Short version: Philip Guo and I wrote
a paper about challenges facing data
science instructors for the 2019 CHI conference. The paper won a
Best Paper Honorable Mention
award (top 5% of papers).
Last year I had the privilege of talking to twenty data scientists who also
teach their craft in a variety of settings: big and small courses, online
and in person, and in academia and industry. They graciously told me
about how they approach the challenge of teaching such a broad and
rapidly-changing field. Data science now encompasses an overwhelming number of
technologies and techniques including modeling, visualization, data wrangling,
storytelling, version control, and system administration.
How can they possibly keep a handle on everything? For all of the juicy details
see the paper linked above. Below are the key points from our investigation:
- Data scientists are often characterized as “end user programmers,” meaning
they see programming as a means to an end (ends like answering scientific
questions) rather than a pursuit that is inherently interesting. We found that
instructors teach skills beyond end user programming, including how to integrate
data analysis code into mature technology stacks so that their software is more
modular and reusable.
- One major framework in data science education is teaching an entire workflow,
as opposed to teaching any individual library or method. Instructors want their
students to know how to properly collect data, how to import and
manipulate data in their computing environment, and how to make sense of data. These
workflows are frequently developed in the open (online using open source
technologies). Since these instructors are also practitioners in their fields,
they often use and are able to influence the development of these workflows.
- Students in data science classrooms have widely varying backgrounds, and data
science is often their first introduction to programming. Instructors must
balance the amount of necessary technical details in their courses with teaching
the data analysis skills that students demand. Commonly students are motivated
to enroll in a course to learn one specific tool. Instructors appreciate this
source of student motivation, however instructors are also challenged to show
how an entire workflow is relevant where that motivating tool is only
- Data science workflows are often focused on transforming raw data into a
“rectangle,” often a tidy data frame.
Most of the programming tasks involve building a pipeline to transform and
summarize these rectangles. Compared to computer science courses, there is less
emphasis on writing functions or managing data structures like trees or hash
tables. Data science instructors emphasize using existing APIs and weaving them
together over teaching how solutions to canonical problems are implemented.
- Instructors make sure that their data science students are well versed in
presenting analytically results and in writing essays that explain their reasoning
and conclusions. Computational notebooks like R Markdown and Jupyter are often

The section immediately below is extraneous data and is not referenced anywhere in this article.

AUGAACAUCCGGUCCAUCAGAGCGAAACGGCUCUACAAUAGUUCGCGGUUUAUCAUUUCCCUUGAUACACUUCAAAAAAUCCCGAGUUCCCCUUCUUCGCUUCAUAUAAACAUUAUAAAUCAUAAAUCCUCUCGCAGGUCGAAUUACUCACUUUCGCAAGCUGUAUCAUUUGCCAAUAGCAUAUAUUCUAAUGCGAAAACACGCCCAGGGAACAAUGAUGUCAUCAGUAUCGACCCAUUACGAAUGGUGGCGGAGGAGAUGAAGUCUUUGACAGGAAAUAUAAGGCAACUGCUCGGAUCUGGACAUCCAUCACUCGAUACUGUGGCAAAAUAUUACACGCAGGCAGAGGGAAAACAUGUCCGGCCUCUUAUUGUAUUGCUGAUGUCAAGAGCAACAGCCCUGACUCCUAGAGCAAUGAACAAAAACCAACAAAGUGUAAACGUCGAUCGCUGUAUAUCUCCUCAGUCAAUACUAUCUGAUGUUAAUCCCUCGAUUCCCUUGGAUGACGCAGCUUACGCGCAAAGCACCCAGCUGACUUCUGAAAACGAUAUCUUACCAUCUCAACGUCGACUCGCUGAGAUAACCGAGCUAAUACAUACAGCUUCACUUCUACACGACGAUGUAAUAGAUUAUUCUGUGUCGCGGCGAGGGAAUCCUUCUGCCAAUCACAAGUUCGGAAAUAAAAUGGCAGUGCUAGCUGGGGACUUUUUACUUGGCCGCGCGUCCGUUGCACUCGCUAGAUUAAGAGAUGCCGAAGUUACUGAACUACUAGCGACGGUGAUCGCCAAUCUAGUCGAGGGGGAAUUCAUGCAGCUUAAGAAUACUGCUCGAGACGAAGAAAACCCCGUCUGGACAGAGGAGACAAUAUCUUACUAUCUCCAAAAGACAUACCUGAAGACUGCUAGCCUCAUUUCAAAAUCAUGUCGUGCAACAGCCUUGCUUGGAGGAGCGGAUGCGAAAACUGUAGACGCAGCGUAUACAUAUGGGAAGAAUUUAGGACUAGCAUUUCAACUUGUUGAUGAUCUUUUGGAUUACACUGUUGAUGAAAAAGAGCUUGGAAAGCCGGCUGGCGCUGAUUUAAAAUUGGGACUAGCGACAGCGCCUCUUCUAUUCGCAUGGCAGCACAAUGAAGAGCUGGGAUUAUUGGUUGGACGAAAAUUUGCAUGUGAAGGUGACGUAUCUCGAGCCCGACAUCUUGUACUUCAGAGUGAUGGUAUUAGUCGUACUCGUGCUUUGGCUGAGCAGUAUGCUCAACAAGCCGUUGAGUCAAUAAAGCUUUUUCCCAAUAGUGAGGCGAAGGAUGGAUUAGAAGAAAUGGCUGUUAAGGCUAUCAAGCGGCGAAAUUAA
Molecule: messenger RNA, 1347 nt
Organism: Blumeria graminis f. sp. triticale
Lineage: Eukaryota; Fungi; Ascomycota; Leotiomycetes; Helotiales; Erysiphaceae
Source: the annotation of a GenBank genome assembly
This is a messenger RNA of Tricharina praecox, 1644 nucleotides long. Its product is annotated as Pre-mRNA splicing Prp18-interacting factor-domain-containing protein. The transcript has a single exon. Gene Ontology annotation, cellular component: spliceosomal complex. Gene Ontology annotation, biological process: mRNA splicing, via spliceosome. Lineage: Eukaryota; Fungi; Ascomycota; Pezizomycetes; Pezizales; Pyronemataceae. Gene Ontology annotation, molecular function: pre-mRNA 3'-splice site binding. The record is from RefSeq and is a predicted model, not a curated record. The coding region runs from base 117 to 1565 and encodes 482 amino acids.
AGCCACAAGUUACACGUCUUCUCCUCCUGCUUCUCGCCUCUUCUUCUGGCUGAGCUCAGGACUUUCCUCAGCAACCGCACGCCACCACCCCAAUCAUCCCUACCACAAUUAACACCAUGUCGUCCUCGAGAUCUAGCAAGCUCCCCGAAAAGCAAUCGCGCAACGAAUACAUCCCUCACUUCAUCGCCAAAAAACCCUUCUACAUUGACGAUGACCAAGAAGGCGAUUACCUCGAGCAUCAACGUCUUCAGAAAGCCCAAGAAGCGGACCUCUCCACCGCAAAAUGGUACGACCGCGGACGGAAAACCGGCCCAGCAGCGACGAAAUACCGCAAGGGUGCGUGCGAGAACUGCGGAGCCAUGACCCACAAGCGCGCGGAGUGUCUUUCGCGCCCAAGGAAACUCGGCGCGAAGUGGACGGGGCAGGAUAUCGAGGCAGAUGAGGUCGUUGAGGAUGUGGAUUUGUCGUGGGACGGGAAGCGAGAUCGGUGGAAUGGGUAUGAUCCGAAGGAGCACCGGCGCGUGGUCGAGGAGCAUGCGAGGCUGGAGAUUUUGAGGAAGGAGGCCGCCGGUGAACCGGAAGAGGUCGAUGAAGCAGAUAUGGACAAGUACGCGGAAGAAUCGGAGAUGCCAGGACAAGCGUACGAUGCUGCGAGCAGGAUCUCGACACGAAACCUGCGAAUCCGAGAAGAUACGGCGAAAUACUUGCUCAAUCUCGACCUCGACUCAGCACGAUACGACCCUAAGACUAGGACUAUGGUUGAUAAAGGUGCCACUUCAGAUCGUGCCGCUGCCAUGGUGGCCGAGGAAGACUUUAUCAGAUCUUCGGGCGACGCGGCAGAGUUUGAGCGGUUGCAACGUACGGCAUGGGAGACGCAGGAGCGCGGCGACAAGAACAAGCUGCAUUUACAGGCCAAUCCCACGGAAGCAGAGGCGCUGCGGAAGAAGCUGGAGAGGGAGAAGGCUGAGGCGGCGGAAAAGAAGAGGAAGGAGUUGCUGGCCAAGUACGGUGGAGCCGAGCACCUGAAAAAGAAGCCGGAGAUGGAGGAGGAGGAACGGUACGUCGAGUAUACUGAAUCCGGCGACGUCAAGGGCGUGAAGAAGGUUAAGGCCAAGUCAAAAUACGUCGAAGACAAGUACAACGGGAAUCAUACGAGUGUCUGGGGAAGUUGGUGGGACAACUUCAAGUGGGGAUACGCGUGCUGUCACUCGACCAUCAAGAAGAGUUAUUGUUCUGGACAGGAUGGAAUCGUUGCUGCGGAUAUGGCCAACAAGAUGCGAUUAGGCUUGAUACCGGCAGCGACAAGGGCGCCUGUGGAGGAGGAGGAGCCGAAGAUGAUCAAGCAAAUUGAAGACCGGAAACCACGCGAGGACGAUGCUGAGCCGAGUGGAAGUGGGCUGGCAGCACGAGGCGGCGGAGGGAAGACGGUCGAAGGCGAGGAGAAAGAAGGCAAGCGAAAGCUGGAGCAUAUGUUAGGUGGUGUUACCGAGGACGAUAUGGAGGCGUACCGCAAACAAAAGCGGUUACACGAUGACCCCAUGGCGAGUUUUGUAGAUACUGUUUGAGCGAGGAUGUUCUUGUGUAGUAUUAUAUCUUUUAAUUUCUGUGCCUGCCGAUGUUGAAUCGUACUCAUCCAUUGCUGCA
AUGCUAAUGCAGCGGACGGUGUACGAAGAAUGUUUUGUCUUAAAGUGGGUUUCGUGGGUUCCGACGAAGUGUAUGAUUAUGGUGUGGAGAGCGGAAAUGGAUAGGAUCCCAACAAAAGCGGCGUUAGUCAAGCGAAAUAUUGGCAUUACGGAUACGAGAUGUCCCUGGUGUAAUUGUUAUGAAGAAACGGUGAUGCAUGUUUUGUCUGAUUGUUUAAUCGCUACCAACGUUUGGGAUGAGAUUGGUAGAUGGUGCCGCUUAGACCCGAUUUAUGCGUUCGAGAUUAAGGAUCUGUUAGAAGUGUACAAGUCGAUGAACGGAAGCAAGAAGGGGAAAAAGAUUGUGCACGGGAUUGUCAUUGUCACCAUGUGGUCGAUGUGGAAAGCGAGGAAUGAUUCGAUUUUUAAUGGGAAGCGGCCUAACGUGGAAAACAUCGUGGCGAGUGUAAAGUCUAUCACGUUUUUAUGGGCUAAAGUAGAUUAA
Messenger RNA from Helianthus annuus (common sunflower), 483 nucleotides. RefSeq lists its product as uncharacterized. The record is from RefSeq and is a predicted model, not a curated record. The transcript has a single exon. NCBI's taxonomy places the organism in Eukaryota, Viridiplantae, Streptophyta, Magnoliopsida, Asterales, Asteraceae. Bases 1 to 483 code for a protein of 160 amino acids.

used for weaving together code, data, visualizations, and prose.
- It is often a challenge for instructors to make the appropriate
technology for doing data science available to students. We identified three
different approaches that instructors used for setting students up with a data
science computing environment:
- Desktop: Each student configures their computing environment on their
own computer. This requires the most technical support from the instructor,
however it is valuable for students because many data scientists are
expected to know how to set up their own computing environments.
- Server: Students access a computing environment through a web browser
that is maintained by teaching staff. Therefore students have a uniform
environment that requires no configuration on their part. This expedites
teaching core analytic concepts, however students miss out on learning how
to configure their own environment.
- Web application: Instructors create a course in a specialized markup
language which they then upload to a web application that simulates a
computing environment for students. These environments are very convenient
since they require no student or instructor setup or maintenance. However
despite instructors’ best efforts, this medium makes lessons easy to
complete without actually learning any of the material.
- Preparing a data science course is aggravated by how difficult it is to find
relevant, domain-specific datasets. Data that students will have access to in
their professions (the kind of data that should be used for teaching) is often
too sensitive or private to use in a classroom, so
instructors vigilantly look for data. When instructors discover data it often
takes them a significant amount of time to familiarize themselves with the data,
and even then the data are often too specific for teaching generalizable
- Instructors face a huge amount of uncertainty and they teach their students
how to cope with uncertainty. Instructors actively normalize the experience of
“not knowing everything” by showing students how to search online for the
answers to student questions. They also teach the meta-skill of keeping one’s
data science skills up to date, since data science technologies are
The purpose of this investigation is to highlight these
challenges for the human-computer interaction community, as a call to action to
study the quickly growing field of data science education. It is my
belief that in the near future data analytic programming will become the
most common and in-demand form of programming. Since data
science is becoming integrated into many other fields, it is imperative that
we pay attention to the needs of this community so that we can expand learning
opportunities and systematize best practices for data science educators.